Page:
Diabetes, elevated blood pressure and cigarette smoking all are risk factors commonly associated with the increased prevalence of heart disease. What is not so commonly associated, however, is the link between these risk factors and the likelihood of developing dementia.
Few realize the clear connection that exists between heart and head health, but clinical studies over the past decade are providing more evidence to support this connection.
“The medical world is on the precipice of the research,” asserted Elizabeth Hubbard, the social and wellness director at Wellmore, a luxury assisted living and memory care facility on Daniel Island. Hubbard understands the importance of these findings as she sees residents daily afflicted.
Cognitive impairment is highly prevalent in the elderly, and two major types, Alzheimer’s disease and vascular dementia, account for a large part of the burden of disability and of the use of health care resources.
“Age, genetics, diet, lifestyle, environment and head trauma can all account for these chronic conditions,” Hubbard continued, “but some of these factors can be prevented.”
Because a healthy heart is equivalent to a healthy brain, physical activity is a key means of prevention. Physical activity fosters less buildup of plaque in the arteries, resulting in low blood pressure, which in turn allows healthy blood to flow actively to the brain. Hubbard expounded that when there is a “lack of blood carrying good oxygen to the brain, there are also less nutrients, which eventually can cloud reasoning, memory and judgment.”
She also pridefully described the memory care unit at Wellmore, which targets individuals suffering from dementia with purposeful programming. The benefits of physical activity specifically encouraging heart health are undeniable.
“Our daily programming incorporates physical exercise in combination with social and intellectual activity,” Hubbard described.
One example of this in action is in Wellmore’s national award-winning wellness program called WAVES, an aquatic therapy program that gets residents moving while reducing agitation and stress, increasing strength and improving balance.
“We find this type of programming helps engage our participants and can bring them back into some lucidity,” Hubbard said.
Past studies support what she and her colleagues at Wellmore are seeing firsthand. The National Institutes of Health, as an example, highlighted a Johns Hopkins University research team which studied nearly 16,000 middle-aged people with the aim to explore the effect of vascular risk factors.
More than 1,500 of the participants were eventually diagnosed with dementia over the time span, and, according to NIH, “the analysis confirmed prior findings that those with vascular risk factors in midlife, such as diabetes or hypertension, had a greater chance of developing dementia as they aged.”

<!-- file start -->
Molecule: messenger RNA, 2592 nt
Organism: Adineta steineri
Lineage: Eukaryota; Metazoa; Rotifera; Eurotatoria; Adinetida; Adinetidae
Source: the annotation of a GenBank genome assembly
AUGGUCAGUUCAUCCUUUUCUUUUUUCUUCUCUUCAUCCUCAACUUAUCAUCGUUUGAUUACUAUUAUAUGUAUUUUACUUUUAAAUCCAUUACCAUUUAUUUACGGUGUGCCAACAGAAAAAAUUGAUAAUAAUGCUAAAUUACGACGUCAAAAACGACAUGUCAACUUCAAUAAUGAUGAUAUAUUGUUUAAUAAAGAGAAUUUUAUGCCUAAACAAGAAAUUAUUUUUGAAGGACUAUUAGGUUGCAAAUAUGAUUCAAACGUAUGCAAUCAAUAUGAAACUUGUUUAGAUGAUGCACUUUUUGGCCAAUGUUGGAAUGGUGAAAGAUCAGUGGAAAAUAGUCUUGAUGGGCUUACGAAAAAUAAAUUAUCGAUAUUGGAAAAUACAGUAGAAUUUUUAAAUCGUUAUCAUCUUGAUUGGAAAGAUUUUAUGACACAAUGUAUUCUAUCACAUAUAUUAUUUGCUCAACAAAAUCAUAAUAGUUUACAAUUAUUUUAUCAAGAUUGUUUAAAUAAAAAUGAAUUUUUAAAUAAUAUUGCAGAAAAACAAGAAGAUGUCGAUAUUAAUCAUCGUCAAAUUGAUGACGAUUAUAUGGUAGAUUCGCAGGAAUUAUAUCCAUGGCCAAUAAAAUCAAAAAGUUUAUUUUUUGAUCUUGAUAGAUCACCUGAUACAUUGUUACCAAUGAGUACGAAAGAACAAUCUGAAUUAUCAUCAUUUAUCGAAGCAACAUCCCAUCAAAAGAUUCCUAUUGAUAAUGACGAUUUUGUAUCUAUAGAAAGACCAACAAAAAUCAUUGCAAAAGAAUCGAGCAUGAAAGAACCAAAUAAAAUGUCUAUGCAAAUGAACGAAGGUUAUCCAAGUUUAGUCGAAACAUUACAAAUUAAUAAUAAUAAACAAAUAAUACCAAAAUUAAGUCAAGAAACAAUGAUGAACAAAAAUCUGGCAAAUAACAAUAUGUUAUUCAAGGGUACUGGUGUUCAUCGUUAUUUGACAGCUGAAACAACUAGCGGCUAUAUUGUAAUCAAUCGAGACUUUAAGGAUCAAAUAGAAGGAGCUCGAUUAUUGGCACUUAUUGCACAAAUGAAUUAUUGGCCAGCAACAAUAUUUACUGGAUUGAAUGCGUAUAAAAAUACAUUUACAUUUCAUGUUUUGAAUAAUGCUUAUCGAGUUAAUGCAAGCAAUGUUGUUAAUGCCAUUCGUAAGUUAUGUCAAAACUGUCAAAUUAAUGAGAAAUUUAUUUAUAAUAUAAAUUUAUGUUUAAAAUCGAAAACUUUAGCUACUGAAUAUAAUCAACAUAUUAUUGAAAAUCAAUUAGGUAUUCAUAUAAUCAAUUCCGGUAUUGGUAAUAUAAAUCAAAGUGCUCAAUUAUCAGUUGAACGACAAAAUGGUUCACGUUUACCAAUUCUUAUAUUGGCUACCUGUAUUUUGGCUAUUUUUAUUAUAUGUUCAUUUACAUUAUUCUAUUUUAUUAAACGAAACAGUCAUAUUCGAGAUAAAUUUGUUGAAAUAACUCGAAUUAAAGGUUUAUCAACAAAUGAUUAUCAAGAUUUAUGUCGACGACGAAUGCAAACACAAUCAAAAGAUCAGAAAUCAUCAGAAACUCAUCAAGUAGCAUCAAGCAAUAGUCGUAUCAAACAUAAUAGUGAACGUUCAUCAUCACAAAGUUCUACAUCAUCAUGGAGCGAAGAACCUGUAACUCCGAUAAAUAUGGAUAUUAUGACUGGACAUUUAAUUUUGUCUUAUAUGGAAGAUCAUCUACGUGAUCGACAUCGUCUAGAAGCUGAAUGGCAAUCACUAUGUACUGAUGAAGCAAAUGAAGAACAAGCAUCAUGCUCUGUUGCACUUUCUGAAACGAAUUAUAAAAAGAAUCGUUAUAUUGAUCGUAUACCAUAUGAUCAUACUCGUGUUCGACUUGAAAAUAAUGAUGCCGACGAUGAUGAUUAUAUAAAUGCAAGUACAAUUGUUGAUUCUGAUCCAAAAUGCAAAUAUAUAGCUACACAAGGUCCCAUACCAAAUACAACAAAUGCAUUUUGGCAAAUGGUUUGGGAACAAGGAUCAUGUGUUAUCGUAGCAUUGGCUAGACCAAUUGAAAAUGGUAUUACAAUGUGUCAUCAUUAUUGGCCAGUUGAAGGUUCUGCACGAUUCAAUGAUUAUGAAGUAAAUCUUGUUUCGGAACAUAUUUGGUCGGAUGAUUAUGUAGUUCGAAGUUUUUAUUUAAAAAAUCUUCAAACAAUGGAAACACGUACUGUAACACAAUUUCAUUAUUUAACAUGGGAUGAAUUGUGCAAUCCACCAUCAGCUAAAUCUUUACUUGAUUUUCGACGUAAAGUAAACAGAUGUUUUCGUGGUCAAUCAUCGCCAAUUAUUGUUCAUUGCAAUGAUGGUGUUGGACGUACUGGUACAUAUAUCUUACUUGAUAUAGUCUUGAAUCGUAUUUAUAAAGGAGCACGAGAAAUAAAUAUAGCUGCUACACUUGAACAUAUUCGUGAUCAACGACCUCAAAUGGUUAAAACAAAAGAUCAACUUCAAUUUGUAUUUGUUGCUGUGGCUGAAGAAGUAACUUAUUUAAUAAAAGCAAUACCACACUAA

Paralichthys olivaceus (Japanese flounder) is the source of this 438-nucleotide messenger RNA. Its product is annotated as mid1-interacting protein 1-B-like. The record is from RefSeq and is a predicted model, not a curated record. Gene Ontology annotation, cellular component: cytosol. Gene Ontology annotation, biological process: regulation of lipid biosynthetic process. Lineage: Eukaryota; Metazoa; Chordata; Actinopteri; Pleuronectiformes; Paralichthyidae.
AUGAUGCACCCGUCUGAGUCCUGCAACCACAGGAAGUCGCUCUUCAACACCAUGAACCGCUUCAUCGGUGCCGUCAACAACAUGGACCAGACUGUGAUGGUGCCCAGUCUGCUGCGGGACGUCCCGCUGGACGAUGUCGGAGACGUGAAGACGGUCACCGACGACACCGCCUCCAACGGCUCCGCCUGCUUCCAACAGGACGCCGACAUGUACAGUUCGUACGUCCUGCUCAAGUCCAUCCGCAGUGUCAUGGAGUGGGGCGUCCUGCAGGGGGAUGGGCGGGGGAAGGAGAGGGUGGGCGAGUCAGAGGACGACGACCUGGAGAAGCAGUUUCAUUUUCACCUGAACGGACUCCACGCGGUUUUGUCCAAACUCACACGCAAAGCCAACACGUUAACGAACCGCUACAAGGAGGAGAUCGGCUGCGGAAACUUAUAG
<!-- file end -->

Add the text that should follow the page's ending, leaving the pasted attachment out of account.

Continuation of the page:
Furthermore, smoking cigarettes was another clear indicator for risk, as well as those with prehypertension, in which blood pressure levels are higher than normal.
Even more interesting is data from testing the benefits of antihypertensive medications aimed at lowering blood pressure. Data published by the National Center for Biotechnology Information from a 12-year study in Utah demonstrated that the use of antihypertensives at baseline was associated with lower incidence of Alzheimer’s. These indicators are promising, but further research is still needed to draw final conclusions.
Good heart health and, consequently, head health, are things that we should all strive toward to create the best and most healthy future for ourselves. The action steps to take are neither complicated nor groundbreaking, beginning with diet and exercise to prevent any chronic conditions. Hubbard emphasized a diet that is low in fat and sodium and high in fruits and vegetables and even described the likely benefits of a Mediterranean diet to encourage brain health, which includes hardly any red meat, substantial whole grains and lots of fruits and veggies.
Furthermore, the Centers for Disease Control and Prevention supports Hubbard’s views and even encourages patients to get diabetes under control because it causes high blood sugar, which can damage blood vessels and nerves. This damage, unsurprisingly, raises the risk for heart disease, stroke and dementia.
Finally, for those concerned with family history of cognitive diseases, it is important to keep in mind that early prevention and treatment can potentially mitigate the onset of dementia. Hubbard summed up the general consensus fairly well: “Live a healthy, active lifestyle, with as much daily movement as possible.”
By Alyssa DiSalvo